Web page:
We want to re-experience it because we 20-something and early 30-something adults are not adults: we are adult children. We’re stuck in this Neverland complex of not wanting to grow up, therefore we seek solace in artifacts from our youth, from happier times. Entertainers know this and abuse this privilege because we let them. There is a market for Retromania. Instead of the occasional movie based on a comic book or remake of a movie or song or sequel to anything, we are being bombarded with a constant stream of recreation that do not need recreating in order for us to re-experience experiences we’ve already experienced.
Don’t get me wrong: when I heard Xiu Xiu was covering Rihanna’s Only Girl In The World or that The Thing was getting a redo, I about pooped onto already pooped poops. Why? I wanted to see a new take on an old form of entertainment. That’s the intention behind any remake or reboot: bringing back something people remember after they’ve forgotten about it.
But, when you think about it, both things I just mentioned are a little despicable: Rihanna’s Only Girl In The World, although fantastic, is a song from an artist who interpolated a Soft Cell song for her first single only to go on to blatantly rip off late 1990s European techno’s drop out chorus format; moreover, 1985’s The Thing, although brilliant source material, is a remake of 1951’s The Thing From Another World but updated with actual frights. Remaking and rethinking is a wonderful thing, but when we have Spiderman getting rebooted and Wonder Woman having tried to get rebooted and, as NY Mag even said, Ariel Pink sounding like “they’re hallucinating the records they might have owned in some alternate-universe version of the eighties,” one has to draw a line and admit we are getting lazy as an audience for putting up with this shit.
I understand that you readers are well aware of this phenomena and are not champions of Retromania. However, if you aren’t already doing this, you need to be pushing through this entertaining trash to create things that are different and are, maybe, inspired by the past, but are not “the past.” Moreover, you cannot allow yourself to be simply entertained by recycling. Don’t let things like hipsterdom distract you to crusade to get a shoe made popular in a movie made in real life. Things like that sound cool but, really, who are they helping? What are you doing when you leave the house in high-waisted jeans your mom once wore (aka, “Mom Jeans“) you recently purchased from a cool store? What are you doing when you rip off Barbara Kruger by making some “clever” Keep Calm And Carry On based piece of art? What are you doing when you make a song that, essentially, is Daft Punk but not as good? What are you doing when you aspire to make a new car but the car is just an old car you made with a new paint job?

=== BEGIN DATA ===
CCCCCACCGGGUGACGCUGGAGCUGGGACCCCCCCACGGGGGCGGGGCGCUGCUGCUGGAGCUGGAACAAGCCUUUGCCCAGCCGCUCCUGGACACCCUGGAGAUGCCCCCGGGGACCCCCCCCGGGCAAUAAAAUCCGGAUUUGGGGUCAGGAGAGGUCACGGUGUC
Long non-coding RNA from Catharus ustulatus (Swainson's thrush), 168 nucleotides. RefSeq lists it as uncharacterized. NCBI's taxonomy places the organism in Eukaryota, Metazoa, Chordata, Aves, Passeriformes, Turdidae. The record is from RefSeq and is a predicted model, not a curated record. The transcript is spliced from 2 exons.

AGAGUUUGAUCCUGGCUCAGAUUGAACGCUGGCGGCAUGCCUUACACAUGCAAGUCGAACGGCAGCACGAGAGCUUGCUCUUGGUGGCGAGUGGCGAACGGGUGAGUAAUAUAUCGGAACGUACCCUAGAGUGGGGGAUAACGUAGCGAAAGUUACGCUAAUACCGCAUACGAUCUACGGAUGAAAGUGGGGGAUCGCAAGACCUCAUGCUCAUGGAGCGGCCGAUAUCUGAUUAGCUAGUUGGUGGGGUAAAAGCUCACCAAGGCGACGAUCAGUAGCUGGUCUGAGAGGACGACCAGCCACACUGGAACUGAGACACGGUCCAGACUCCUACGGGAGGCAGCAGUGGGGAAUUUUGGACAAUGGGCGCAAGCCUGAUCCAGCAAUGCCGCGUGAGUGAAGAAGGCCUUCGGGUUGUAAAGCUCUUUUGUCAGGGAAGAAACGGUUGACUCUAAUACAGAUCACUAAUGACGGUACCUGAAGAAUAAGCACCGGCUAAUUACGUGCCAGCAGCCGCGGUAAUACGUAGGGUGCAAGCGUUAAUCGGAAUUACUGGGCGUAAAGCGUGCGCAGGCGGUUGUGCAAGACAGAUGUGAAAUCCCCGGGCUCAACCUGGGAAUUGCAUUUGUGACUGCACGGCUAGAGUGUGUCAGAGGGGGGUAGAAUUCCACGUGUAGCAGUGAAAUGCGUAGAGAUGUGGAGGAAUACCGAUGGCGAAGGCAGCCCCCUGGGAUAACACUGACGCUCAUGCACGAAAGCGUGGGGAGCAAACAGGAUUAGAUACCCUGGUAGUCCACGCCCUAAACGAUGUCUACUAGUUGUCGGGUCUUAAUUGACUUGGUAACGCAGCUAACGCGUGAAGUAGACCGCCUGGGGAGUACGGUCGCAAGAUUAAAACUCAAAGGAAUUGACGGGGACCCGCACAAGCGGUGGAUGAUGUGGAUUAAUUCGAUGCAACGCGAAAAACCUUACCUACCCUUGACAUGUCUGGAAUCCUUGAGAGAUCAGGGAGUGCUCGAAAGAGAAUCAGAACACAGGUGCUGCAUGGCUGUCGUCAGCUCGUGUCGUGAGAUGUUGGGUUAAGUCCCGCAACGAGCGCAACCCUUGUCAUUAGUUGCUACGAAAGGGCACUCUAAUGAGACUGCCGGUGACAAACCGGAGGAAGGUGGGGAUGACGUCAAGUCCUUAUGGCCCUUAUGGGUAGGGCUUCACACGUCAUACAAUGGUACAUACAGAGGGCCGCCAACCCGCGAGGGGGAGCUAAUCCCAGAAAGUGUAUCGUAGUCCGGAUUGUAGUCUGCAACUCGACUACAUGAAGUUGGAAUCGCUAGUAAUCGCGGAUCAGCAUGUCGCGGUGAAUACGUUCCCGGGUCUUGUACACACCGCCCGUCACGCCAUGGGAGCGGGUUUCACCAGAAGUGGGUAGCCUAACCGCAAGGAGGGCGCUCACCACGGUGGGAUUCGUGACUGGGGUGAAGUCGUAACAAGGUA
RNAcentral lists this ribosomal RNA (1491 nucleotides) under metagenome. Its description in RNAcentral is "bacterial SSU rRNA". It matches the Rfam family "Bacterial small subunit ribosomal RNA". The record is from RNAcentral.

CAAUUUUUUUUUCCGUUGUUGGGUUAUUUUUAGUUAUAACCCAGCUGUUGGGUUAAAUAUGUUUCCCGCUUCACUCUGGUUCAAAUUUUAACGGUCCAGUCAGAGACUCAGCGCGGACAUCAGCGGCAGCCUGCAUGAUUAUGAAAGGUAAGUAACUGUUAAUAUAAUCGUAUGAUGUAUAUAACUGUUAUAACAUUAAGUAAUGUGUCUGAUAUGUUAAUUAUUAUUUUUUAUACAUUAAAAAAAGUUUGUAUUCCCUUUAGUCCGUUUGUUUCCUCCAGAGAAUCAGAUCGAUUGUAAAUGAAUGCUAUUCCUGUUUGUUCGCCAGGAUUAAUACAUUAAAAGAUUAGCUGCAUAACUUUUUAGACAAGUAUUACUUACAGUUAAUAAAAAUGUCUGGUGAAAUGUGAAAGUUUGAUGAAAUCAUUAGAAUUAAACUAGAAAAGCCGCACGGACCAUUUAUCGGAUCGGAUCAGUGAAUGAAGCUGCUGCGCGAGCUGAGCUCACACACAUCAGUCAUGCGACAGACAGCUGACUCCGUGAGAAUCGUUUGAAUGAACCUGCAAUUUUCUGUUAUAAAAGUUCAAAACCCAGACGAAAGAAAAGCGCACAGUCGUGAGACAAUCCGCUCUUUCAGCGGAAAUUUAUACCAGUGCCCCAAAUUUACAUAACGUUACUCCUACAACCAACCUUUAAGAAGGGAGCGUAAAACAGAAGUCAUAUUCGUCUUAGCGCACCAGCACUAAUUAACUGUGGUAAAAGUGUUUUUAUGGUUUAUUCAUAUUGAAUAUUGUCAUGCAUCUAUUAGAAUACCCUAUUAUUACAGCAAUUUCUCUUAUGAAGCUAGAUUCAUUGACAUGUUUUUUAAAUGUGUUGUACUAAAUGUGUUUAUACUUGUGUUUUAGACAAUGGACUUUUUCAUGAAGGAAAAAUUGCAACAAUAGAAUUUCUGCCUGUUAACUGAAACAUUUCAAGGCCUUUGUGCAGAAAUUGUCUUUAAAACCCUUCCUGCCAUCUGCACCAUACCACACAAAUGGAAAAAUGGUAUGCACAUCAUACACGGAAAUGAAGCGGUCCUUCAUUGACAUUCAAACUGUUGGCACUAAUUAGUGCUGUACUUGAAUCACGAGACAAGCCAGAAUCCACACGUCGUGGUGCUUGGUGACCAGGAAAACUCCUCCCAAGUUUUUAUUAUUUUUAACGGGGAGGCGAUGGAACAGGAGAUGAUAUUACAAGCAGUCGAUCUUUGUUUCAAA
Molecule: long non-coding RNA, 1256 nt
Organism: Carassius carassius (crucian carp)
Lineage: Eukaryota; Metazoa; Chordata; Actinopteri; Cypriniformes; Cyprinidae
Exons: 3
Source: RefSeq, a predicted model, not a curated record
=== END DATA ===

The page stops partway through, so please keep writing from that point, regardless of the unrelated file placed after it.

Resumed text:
You are not doing much. You may be working hard, yes, but you are not doing much. You’ve brought something to the dinner table, yes, but it was old fruit that are edible but boring. Creativity is about making something new. Anything you have to create should not be preoccupied with the past but with the future. I remember my aunt, who has worked as a professional musician for over twenty years now, explained her job to my father: she said that her job is to “constantly create something out of nothing” and then try to sell it. I feel that is the perfect definition of creativity.
We are in a doldrum of creative media and need to rethink how we are entertained and how we entertain. Instead of being individuals, we are abusing our past by way of the Internet. We are being lazy. We are not being creative. We are stuck in nostalgia and the retro: the past will undoubtedly backfire into the future. Even though I have not read Retromania yet, I know it is going to be at the top of my 2011 book list. With that, I leave you with an excerpt from 2010’s You Are Not A Gadget by Jaron Lanier.
Pop culture has entered into a nostalgic malaise. Online culture is dominated by trivial mashups of the culture that existed before the onset of mashups, and by fandom responding to the dwindling outposts of centralized mass media. It is a culture of reaction without action.